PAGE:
The shooting star of chess
| By Golombek, Harry and others|
| ISBN 184382079x|
| Paperback First 168 pages|
| Subject [Chess
] [Chess - History
| Published 26 March, 2004|
| UK Price £14.95 Order from amazon.co.uk|
| US Price $27.00 Order from amazon.com|
Morphy, Charousek, Pillsbury, Fischer... the history of chess is illuminated by shooting stars who burn briefly across the chess firmament, only to vanish without trace. The parabolic career of the Latvian genius Mikhail Tal conforms all too well to this astonishing pattern. As a virtually unknown student in 1957 Tal swept aside the revered phalanxes of Soviet Grandmasters and ultimately annihilated the Red Czar of Soviet chess himself - Mikhail Botvinnik - all within a mere three year period. Yet, within a further two years, Tal had been crushed by Botvinnik in their revenge match and then finished in a share of last place in the Candidates’ Tournament won by Tigran Petrosian. What had caused this sudden debacle? Illness, an inflexible reliance on tactically suspect openings which had outlived their shock value, or an inherent unsoundness in his style? Or was it a lethal cocktail of all three? This book answers such questions. Although Tal recovered, continuing to produce outstanding games and results, he never recaptured the dream of becoming world champion. The core of this book is composed of four remarkable eye-witness accounts by Harry Golombek. The 1958 Interzonal, the 1959 Candidates’ tournament and the World Championships of 1960 and 1961 were all attended by Golombek in his capacity as arbiter - he therefore profited from unrivalled and extensive inside access to the thoughts and comments of both Soviet and international experts. Golombek himself enjoyed impeccable credentials as chess correspondent of The Times, Grandmaster Emeritus and perhaps the greatest stylist ever to wield a pen in chess journalism.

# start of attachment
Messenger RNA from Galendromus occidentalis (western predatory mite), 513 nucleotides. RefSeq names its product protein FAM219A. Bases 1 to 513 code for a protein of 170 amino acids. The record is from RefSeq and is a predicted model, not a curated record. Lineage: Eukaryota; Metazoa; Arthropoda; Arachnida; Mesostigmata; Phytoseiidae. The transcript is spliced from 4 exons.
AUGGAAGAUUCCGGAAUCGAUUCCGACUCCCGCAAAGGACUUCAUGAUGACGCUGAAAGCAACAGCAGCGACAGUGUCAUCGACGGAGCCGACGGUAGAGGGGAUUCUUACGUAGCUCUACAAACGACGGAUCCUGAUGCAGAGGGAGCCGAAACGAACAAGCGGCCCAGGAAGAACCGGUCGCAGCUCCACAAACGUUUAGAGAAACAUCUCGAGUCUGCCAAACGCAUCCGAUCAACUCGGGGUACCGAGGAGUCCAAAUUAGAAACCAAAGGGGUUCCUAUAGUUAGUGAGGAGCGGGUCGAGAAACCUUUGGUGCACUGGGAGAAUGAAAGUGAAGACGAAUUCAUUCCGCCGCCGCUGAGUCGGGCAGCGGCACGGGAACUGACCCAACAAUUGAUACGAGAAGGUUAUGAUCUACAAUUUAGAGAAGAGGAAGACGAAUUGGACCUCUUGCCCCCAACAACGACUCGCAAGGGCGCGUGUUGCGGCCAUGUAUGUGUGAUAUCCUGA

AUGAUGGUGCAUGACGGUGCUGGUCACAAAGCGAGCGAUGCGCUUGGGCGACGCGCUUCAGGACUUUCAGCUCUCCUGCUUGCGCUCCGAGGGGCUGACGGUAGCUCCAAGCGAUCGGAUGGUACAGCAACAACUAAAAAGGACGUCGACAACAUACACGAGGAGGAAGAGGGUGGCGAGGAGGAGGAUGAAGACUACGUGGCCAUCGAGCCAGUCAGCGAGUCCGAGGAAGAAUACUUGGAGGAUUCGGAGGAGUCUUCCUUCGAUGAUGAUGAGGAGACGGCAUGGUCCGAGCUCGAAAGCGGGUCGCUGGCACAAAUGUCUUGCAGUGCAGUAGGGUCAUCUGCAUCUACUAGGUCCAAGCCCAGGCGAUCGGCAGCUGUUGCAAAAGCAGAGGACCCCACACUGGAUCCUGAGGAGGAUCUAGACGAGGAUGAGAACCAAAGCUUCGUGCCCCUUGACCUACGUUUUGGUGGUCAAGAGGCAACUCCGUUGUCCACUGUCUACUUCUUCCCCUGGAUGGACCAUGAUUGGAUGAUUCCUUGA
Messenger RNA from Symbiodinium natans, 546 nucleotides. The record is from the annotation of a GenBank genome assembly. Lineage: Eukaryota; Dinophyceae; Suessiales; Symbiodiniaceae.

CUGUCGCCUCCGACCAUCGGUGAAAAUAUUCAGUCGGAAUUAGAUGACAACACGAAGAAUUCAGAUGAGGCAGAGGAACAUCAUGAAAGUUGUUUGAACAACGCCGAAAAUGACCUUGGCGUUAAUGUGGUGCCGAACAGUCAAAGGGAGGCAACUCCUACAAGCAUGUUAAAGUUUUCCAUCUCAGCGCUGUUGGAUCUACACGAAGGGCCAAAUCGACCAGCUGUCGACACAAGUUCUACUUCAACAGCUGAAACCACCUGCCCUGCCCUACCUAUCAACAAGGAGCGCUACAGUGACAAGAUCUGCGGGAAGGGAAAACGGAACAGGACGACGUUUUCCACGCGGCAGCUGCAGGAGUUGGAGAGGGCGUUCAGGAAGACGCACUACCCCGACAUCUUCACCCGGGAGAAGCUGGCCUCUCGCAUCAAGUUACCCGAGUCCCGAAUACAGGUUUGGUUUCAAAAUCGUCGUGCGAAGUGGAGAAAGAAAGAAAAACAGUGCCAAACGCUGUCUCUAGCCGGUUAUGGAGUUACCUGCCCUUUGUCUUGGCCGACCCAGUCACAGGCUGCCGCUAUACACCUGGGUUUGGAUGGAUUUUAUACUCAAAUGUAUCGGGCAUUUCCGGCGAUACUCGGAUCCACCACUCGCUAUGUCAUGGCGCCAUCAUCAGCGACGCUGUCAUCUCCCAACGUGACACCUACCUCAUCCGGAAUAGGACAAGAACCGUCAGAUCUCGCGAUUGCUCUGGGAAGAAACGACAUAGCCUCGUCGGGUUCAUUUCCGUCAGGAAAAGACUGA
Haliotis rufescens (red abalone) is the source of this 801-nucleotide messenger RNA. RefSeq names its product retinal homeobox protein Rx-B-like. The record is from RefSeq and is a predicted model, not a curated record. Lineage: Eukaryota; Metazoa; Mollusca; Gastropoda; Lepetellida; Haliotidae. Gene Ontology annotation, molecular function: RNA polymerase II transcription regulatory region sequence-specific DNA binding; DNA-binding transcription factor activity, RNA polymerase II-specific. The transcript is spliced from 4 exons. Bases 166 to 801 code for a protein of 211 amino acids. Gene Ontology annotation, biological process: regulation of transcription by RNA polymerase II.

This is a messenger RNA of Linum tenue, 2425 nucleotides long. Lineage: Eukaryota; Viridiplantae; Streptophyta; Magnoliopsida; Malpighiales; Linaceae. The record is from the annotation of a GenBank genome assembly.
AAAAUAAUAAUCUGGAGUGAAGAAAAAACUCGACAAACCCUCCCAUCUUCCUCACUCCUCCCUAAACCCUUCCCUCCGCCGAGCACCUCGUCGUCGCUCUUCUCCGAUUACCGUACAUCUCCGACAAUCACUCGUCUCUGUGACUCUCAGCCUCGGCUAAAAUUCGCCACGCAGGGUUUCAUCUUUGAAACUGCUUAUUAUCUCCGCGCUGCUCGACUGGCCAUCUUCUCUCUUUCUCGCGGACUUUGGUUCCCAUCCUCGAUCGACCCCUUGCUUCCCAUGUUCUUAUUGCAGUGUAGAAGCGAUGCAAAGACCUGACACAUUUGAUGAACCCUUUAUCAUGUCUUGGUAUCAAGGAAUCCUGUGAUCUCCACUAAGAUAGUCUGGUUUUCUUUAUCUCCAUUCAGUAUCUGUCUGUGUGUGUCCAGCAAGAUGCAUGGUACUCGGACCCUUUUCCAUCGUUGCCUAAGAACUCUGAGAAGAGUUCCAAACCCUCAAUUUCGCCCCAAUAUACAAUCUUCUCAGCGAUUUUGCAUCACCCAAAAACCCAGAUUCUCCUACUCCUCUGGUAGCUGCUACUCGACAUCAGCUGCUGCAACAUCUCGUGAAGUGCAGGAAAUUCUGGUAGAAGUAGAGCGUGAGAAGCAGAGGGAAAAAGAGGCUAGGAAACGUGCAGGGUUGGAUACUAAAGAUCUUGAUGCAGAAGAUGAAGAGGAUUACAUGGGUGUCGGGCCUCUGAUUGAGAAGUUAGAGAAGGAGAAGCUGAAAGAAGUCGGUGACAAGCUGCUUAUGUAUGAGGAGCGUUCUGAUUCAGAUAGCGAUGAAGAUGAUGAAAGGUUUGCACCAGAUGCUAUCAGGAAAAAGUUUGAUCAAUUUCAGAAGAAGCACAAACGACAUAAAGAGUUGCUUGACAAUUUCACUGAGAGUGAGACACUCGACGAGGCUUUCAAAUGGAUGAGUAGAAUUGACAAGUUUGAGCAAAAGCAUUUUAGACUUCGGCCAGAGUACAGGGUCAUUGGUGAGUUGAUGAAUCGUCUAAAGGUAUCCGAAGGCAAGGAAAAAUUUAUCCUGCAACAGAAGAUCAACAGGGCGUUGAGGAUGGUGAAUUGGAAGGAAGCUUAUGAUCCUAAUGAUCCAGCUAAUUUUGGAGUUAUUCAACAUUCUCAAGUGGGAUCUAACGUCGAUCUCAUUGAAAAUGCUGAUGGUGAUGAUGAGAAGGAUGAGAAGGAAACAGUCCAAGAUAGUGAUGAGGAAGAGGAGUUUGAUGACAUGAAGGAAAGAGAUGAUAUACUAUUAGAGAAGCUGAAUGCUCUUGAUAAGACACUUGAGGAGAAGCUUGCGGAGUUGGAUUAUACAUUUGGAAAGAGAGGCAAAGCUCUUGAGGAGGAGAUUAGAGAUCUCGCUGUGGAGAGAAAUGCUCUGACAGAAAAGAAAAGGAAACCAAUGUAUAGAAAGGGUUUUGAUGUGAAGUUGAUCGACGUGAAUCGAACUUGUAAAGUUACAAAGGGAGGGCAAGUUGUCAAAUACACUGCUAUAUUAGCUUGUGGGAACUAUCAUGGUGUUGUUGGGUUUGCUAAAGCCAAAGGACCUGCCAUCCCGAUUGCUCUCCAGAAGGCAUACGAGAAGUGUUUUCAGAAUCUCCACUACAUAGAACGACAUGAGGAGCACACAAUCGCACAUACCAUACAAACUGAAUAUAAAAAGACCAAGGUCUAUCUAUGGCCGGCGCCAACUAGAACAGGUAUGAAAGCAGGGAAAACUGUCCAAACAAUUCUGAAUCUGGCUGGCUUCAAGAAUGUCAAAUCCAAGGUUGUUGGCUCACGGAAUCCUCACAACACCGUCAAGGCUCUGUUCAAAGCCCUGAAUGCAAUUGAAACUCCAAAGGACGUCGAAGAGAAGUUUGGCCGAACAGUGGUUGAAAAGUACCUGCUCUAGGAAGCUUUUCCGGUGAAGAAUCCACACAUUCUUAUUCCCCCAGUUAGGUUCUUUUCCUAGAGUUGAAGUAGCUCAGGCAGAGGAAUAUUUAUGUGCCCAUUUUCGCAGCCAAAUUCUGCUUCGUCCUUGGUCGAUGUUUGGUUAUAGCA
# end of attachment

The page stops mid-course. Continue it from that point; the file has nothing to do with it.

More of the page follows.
Harry Golombek was perhaps the king of chess writers. Chess correspondent for The London Times and The Observer, he possessed an unrivalled gift for transforming a chess game into an heroic saga with himself as the bard, singing the exploits of his chosen heroes of the mind. Several times British Champion, Golombek also played top board for England in the Olympiad and represented the British Chess Federation in the FIDE World Championship cycle. He was fluent in Russian and personally attended the World Chess Championships from 1954 to 1966 as a judge.